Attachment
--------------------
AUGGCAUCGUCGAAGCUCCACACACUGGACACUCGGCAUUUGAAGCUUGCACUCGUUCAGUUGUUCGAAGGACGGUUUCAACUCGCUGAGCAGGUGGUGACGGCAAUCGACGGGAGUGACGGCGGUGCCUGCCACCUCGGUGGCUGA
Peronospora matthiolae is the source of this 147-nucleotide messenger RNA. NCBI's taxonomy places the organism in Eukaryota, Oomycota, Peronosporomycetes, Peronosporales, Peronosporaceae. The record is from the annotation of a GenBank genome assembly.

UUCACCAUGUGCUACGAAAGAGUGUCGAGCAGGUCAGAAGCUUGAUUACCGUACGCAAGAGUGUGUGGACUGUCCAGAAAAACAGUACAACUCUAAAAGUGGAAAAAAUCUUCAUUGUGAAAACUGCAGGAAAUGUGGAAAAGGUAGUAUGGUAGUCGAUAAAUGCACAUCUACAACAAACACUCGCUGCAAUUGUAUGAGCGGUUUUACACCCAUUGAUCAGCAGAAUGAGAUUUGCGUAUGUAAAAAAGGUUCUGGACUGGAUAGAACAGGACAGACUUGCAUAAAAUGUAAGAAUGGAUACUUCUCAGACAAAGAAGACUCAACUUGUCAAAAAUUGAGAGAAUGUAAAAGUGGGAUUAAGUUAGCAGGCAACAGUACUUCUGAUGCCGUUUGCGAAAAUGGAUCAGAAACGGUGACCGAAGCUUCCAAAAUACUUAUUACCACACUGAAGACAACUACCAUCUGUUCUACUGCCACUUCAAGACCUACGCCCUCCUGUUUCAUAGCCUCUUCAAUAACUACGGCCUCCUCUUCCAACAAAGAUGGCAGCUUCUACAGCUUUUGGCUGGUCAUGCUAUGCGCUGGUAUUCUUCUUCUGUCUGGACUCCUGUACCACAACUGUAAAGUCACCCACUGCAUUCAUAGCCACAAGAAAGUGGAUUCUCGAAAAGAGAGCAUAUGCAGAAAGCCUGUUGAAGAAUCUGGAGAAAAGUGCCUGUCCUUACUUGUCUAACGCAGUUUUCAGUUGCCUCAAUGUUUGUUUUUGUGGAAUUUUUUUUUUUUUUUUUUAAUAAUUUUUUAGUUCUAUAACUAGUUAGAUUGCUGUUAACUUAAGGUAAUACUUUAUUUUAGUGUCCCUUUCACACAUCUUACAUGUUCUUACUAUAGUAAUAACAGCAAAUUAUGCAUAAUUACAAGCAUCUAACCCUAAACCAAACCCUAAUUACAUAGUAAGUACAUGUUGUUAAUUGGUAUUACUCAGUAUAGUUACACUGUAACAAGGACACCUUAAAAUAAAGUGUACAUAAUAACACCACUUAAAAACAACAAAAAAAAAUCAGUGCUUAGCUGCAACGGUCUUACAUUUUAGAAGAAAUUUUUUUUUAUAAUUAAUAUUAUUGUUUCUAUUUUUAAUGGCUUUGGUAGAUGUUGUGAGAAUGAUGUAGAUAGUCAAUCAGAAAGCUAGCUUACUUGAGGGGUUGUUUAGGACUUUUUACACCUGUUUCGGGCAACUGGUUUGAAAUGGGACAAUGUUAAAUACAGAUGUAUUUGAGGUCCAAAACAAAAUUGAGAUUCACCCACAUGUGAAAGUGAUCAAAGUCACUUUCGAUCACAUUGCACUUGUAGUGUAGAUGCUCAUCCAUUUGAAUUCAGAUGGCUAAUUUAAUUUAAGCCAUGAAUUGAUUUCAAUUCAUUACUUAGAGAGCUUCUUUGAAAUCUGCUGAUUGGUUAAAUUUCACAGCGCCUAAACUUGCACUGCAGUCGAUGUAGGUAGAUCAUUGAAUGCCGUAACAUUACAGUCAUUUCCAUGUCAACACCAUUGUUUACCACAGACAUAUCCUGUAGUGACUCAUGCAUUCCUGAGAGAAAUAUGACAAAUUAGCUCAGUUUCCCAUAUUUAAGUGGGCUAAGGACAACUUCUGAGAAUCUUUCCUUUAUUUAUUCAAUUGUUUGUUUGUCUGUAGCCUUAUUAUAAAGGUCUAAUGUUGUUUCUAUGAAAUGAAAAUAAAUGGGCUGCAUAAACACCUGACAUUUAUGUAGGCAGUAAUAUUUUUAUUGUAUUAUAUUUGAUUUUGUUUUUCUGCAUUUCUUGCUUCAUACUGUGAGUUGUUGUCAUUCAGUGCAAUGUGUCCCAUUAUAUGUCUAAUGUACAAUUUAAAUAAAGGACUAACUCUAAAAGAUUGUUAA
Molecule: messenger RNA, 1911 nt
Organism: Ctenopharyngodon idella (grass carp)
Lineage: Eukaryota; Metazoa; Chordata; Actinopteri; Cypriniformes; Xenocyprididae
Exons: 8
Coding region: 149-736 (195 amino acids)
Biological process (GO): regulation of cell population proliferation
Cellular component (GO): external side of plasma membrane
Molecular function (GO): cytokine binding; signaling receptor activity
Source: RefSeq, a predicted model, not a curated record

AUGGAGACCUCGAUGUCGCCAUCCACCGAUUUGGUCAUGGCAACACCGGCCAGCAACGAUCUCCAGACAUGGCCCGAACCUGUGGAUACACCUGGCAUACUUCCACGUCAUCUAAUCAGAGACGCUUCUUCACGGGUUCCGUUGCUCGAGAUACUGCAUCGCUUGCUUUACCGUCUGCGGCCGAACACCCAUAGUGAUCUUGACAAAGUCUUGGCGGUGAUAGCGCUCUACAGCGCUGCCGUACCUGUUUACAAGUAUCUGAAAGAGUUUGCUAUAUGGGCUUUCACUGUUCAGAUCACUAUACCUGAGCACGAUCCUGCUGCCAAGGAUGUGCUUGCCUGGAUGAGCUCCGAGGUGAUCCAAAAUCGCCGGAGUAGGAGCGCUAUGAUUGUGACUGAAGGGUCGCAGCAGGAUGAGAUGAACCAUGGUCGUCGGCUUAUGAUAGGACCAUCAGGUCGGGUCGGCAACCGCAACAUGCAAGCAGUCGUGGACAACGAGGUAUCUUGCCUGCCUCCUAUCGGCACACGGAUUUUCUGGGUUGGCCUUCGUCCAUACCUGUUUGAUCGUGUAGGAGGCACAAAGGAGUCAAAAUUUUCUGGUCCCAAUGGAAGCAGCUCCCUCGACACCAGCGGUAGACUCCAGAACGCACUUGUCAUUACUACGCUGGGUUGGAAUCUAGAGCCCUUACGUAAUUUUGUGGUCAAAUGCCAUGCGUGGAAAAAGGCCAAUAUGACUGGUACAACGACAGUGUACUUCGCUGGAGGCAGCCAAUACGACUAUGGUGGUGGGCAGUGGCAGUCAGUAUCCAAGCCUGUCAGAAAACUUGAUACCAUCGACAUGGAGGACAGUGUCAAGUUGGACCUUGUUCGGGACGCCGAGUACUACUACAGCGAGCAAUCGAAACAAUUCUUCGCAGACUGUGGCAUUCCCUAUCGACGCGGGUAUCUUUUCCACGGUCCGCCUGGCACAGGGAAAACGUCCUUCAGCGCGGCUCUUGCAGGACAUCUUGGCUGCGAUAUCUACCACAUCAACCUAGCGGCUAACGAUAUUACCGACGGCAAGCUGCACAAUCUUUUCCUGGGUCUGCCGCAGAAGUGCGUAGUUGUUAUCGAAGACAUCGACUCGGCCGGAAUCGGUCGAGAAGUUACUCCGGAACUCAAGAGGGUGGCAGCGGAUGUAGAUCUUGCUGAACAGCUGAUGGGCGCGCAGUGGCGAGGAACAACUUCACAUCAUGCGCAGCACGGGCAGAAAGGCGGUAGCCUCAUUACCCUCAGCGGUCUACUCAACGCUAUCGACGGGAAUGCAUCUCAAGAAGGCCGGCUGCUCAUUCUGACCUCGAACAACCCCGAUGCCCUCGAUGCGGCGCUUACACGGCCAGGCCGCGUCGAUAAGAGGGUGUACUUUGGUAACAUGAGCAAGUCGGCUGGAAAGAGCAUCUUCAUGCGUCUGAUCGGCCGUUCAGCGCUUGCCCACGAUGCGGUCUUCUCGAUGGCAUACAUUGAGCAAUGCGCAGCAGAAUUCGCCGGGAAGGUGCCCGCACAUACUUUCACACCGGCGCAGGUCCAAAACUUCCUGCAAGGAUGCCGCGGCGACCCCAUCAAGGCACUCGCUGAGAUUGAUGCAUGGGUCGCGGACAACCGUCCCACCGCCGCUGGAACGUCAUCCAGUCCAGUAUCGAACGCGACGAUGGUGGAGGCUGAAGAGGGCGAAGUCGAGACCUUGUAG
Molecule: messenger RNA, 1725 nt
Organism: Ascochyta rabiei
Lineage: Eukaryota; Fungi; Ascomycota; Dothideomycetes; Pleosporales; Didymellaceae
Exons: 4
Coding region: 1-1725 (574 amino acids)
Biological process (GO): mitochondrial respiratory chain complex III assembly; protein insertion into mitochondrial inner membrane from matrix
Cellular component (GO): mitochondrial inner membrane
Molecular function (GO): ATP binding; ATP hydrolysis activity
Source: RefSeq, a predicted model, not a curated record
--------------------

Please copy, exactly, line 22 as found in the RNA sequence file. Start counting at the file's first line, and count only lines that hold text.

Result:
Source: RefSeq, a predicted model, not a curated record